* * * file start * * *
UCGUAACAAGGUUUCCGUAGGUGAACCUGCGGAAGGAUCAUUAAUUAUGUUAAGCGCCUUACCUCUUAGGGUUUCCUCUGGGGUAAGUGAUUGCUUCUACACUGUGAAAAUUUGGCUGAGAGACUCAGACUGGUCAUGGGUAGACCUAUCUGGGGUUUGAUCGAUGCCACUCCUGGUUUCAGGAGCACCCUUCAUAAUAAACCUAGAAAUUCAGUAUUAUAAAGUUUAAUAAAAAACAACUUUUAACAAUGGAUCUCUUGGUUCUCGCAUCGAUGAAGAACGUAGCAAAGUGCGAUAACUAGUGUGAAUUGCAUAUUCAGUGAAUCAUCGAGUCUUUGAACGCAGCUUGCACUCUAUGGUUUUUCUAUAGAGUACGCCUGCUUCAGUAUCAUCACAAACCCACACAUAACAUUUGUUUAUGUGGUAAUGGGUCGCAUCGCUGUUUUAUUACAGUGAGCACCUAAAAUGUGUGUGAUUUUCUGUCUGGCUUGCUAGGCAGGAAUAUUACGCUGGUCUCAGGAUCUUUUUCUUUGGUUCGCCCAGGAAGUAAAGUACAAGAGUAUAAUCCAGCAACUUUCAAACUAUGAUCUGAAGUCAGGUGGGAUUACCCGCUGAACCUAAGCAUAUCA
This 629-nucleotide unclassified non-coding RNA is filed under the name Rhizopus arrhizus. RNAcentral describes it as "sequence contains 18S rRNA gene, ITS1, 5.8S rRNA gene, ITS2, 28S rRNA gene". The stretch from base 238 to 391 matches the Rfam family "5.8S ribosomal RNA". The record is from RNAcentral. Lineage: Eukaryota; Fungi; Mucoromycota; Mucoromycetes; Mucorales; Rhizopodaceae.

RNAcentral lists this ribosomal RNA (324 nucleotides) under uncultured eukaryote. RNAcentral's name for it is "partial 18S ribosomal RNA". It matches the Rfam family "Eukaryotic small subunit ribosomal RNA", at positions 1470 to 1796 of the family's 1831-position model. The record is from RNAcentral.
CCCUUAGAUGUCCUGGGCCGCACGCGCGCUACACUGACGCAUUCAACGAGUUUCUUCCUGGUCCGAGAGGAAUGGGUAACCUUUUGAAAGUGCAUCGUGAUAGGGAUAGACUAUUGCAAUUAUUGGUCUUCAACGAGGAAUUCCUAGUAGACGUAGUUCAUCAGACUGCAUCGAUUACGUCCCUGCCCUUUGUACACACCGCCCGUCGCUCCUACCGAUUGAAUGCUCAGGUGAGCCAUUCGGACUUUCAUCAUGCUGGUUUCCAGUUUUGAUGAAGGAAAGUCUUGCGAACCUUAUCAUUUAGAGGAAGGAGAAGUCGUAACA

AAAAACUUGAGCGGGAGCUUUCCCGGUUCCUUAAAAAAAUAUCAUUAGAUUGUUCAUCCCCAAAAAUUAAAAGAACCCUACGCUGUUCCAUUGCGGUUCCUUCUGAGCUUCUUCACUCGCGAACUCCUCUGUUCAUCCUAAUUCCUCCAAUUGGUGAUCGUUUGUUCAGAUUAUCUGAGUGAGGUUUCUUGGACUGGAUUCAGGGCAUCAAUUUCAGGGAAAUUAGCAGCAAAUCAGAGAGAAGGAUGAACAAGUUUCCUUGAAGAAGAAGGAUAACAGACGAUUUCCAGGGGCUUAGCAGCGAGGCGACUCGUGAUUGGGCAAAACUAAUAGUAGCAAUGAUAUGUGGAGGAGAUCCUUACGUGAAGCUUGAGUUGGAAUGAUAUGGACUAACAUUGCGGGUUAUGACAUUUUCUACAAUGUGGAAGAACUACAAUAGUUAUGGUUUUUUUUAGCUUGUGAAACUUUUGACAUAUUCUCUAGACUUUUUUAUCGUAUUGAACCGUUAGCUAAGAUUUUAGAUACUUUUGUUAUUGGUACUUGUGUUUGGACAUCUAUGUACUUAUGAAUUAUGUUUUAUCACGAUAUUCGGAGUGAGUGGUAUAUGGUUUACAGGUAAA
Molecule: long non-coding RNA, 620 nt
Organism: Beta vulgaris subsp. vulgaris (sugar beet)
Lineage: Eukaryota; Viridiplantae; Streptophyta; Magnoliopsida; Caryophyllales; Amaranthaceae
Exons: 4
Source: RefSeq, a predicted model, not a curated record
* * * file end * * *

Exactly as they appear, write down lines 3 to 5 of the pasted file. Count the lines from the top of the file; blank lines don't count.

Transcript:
RNAcentral lists this ribosomal RNA (324 nucleotides) under uncultured eukaryote. RNAcentral's name for it is "partial 18S ribosomal RNA". It matches the Rfam family "Eukaryotic small subunit ribosomal RNA", at positions 1470 to 1796 of the family's 1831-position model. The record is from RNAcentral.
CCCUUAGAUGUCCUGGGCCGCACGCGCGCUACACUGACGCAUUCAACGAGUUUCUUCCUGGUCCGAGAGGAAUGGGUAACCUUUUGAAAGUGCAUCGUGAUAGGGAUAGACUAUUGCAAUUAUUGGUCUUCAACGAGGAAUUCCUAGUAGACGUAGUUCAUCAGACUGCAUCGAUUACGUCCCUGCCCUUUGUACACACCGCCCGUCGCUCCUACCGAUUGAAUGCUCAGGUGAGCCAUUCGGACUUUCAUCAUGCUGGUUUCCAGUUUUGAUGAAGGAAAGUCUUGCGAACCUUAUCAUUUAGAGGAAGGAGAAGUCGUAACA

AAAAACUUGAGCGGGAGCUUUCCCGGUUCCUUAAAAAAAUAUCAUUAGAUUGUUCAUCCCCAAAAAUUAAAAGAACCCUACGCUGUUCCAUUGCGGUUCCUUCUGAGCUUCUUCACUCGCGAACUCCUCUGUUCAUCCUAAUUCCUCCAAUUGGUGAUCGUUUGUUCAGAUUAUCUGAGUGAGGUUUCUUGGACUGGAUUCAGGGCAUCAAUUUCAGGGAAAUUAGCAGCAAAUCAGAGAGAAGGAUGAACAAGUUUCCUUGAAGAAGAAGGAUAACAGACGAUUUCCAGGGGCUUAGCAGCGAGGCGACUCGUGAUUGGGCAAAACUAAUAGUAGCAAUGAUAUGUGGAGGAGAUCCUUACGUGAAGCUUGAGUUGGAAUGAUAUGGACUAACAUUGCGGGUUAUGACAUUUUCUACAAUGUGGAAGAACUACAAUAGUUAUGGUUUUUUUUAGCUUGUGAAACUUUUGACAUAUUCUCUAGACUUUUUUAUCGUAUUGAACCGUUAGCUAAGAUUUUAGAUACUUUUGUUAUUGGUACUUGUGUUUGGACAUCUAUGUACUUAUGAAUUAUGUUUUAUCACGAUAUUCGGAGUGAGUGGUAUAUGGUUUACAGGUAAA